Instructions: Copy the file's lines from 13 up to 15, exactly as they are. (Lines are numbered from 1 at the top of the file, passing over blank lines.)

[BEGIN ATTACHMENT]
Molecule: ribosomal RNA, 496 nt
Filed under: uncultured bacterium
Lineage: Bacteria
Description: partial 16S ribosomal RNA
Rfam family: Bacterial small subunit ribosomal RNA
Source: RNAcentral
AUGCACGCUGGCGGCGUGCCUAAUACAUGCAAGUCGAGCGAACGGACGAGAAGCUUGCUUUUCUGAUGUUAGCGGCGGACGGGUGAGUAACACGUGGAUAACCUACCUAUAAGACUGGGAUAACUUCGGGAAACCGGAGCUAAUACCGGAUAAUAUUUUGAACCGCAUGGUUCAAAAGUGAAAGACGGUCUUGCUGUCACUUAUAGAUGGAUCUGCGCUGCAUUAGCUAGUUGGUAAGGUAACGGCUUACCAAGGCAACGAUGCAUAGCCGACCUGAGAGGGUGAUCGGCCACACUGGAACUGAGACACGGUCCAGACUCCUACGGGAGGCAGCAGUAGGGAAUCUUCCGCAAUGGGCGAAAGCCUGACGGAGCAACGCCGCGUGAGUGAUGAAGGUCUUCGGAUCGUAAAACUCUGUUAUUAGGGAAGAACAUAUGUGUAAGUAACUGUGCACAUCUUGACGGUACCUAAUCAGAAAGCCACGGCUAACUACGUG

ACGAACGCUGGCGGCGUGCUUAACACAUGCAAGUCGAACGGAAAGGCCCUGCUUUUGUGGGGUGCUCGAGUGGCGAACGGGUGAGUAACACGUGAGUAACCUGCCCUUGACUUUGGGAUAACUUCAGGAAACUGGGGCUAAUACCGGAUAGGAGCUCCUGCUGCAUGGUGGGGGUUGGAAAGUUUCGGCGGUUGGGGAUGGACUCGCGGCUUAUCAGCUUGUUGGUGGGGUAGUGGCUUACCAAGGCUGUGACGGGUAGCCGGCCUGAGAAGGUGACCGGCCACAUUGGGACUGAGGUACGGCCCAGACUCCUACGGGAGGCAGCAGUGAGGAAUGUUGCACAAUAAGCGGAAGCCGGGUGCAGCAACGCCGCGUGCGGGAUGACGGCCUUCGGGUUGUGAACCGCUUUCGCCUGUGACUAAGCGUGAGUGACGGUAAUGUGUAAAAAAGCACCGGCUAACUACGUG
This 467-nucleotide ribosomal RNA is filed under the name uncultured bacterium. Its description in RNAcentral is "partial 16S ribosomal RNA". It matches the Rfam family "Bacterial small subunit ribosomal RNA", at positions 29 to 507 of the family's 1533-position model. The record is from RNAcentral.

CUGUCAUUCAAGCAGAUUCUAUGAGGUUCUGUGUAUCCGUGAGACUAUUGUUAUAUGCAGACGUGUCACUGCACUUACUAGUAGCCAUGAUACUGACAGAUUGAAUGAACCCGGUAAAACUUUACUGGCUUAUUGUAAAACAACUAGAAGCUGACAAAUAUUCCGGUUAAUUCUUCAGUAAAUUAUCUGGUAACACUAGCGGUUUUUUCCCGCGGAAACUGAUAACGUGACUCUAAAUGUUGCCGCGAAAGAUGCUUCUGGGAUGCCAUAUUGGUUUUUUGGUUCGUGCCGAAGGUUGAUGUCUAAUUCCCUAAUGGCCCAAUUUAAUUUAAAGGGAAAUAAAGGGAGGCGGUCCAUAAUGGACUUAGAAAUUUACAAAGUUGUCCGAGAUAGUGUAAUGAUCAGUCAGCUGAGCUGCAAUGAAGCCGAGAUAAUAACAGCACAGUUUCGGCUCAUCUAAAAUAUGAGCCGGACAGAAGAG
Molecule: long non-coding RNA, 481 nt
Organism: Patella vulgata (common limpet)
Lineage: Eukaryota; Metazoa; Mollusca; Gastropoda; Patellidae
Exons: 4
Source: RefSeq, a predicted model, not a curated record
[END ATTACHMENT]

Lineage: Eukaryota; Metazoa; Mollusca; Gastropoda; Patellidae
Exons: 4
Source: RefSeq, a predicted model, not a curated record